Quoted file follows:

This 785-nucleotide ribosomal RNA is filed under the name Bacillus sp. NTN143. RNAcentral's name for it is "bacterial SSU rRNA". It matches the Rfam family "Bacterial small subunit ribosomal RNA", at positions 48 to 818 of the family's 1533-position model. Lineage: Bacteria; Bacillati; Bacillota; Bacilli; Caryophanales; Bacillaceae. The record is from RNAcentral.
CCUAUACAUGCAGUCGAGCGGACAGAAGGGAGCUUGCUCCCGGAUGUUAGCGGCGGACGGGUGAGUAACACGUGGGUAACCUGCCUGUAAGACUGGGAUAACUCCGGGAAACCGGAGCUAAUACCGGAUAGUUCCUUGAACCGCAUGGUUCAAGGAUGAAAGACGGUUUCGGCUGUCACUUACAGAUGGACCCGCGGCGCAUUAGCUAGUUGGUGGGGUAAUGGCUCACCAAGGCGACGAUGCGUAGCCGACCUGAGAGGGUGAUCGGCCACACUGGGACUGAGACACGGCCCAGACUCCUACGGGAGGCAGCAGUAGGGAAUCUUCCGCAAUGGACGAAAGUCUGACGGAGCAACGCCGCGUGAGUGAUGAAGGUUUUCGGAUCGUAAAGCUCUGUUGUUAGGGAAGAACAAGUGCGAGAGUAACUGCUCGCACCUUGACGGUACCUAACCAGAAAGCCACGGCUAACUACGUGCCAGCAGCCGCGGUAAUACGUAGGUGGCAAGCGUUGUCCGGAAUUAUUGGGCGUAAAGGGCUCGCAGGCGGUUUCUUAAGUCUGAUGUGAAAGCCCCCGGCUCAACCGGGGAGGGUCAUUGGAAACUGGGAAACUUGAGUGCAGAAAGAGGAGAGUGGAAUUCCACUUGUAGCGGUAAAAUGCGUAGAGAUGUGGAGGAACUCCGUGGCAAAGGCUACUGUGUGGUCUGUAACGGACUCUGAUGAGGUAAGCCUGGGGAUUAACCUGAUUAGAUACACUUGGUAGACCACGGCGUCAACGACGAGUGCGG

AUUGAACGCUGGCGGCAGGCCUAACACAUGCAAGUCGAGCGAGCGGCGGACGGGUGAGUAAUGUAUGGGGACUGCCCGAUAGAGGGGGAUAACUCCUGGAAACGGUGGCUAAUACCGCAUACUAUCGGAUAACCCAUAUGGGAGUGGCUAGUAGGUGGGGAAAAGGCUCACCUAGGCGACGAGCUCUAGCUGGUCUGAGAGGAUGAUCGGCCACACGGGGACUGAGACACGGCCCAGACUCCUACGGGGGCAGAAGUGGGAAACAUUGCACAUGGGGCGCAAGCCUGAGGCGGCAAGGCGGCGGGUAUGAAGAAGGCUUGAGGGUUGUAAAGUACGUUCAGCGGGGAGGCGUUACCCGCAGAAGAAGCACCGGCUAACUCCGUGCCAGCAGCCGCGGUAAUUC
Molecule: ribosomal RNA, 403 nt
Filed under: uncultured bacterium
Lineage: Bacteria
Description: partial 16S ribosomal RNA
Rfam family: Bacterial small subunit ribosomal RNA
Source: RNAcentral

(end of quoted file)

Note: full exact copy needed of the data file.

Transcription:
This 785-nucleotide ribosomal RNA is filed under the name Bacillus sp. NTN143. RNAcentral's name for it is "bacterial SSU rRNA". It matches the Rfam family "Bacterial small subunit ribosomal RNA", at positions 48 to 818 of the family's 1533-position model. Lineage: Bacteria; Bacillati; Bacillota; Bacilli; Caryophanales; Bacillaceae. The record is from RNAcentral.
CCUAUACAUGCAGUCGAGCGGACAGAAGGGAGCUUGCUCCCGGAUGUUAGCGGCGGACGGGUGAGUAACACGUGGGUAACCUGCCUGUAAGACUGGGAUAACUCCGGGAAACCGGAGCUAAUACCGGAUAGUUCCUUGAACCGCAUGGUUCAAGGAUGAAAGACGGUUUCGGCUGUCACUUACAGAUGGACCCGCGGCGCAUUAGCUAGUUGGUGGGGUAAUGGCUCACCAAGGCGACGAUGCGUAGCCGACCUGAGAGGGUGAUCGGCCACACUGGGACUGAGACACGGCCCAGACUCCUACGGGAGGCAGCAGUAGGGAAUCUUCCGCAAUGGACGAAAGUCUGACGGAGCAACGCCGCGUGAGUGAUGAAGGUUUUCGGAUCGUAAAGCUCUGUUGUUAGGGAAGAACAAGUGCGAGAGUAACUGCUCGCACCUUGACGGUACCUAACCAGAAAGCCACGGCUAACUACGUGCCAGCAGCCGCGGUAAUACGUAGGUGGCAAGCGUUGUCCGGAAUUAUUGGGCGUAAAGGGCUCGCAGGCGGUUUCUUAAGUCUGAUGUGAAAGCCCCCGGCUCAACCGGGGAGGGUCAUUGGAAACUGGGAAACUUGAGUGCAGAAAGAGGAGAGUGGAAUUCCACUUGUAGCGGUAAAAUGCGUAGAGAUGUGGAGGAACUCCGUGGCAAAGGCUACUGUGUGGUCUGUAACGGACUCUGAUGAGGUAAGCCUGGGGAUUAACCUGAUUAGAUACACUUGGUAGACCACGGCGUCAACGACGAGUGCGG

AUUGAACGCUGGCGGCAGGCCUAACACAUGCAAGUCGAGCGAGCGGCGGACGGGUGAGUAAUGUAUGGGGACUGCCCGAUAGAGGGGGAUAACUCCUGGAAACGGUGGCUAAUACCGCAUACUAUCGGAUAACCCAUAUGGGAGUGGCUAGUAGGUGGGGAAAAGGCUCACCUAGGCGACGAGCUCUAGCUGGUCUGAGAGGAUGAUCGGCCACACGGGGACUGAGACACGGCCCAGACUCCUACGGGGGCAGAAGUGGGAAACAUUGCACAUGGGGCGCAAGCCUGAGGCGGCAAGGCGGCGGGUAUGAAGAAGGCUUGAGGGUUGUAAAGUACGUUCAGCGGGGAGGCGUUACCCGCAGAAGAAGCACCGGCUAACUCCGUGCCAGCAGCCGCGGUAAUUC
Molecule: ribosomal RNA, 403 nt
Filed under: uncultured bacterium
Lineage: Bacteria
Description: partial 16S ribosomal RNA
Rfam family: Bacterial small subunit ribosomal RNA
Source: RNAcentral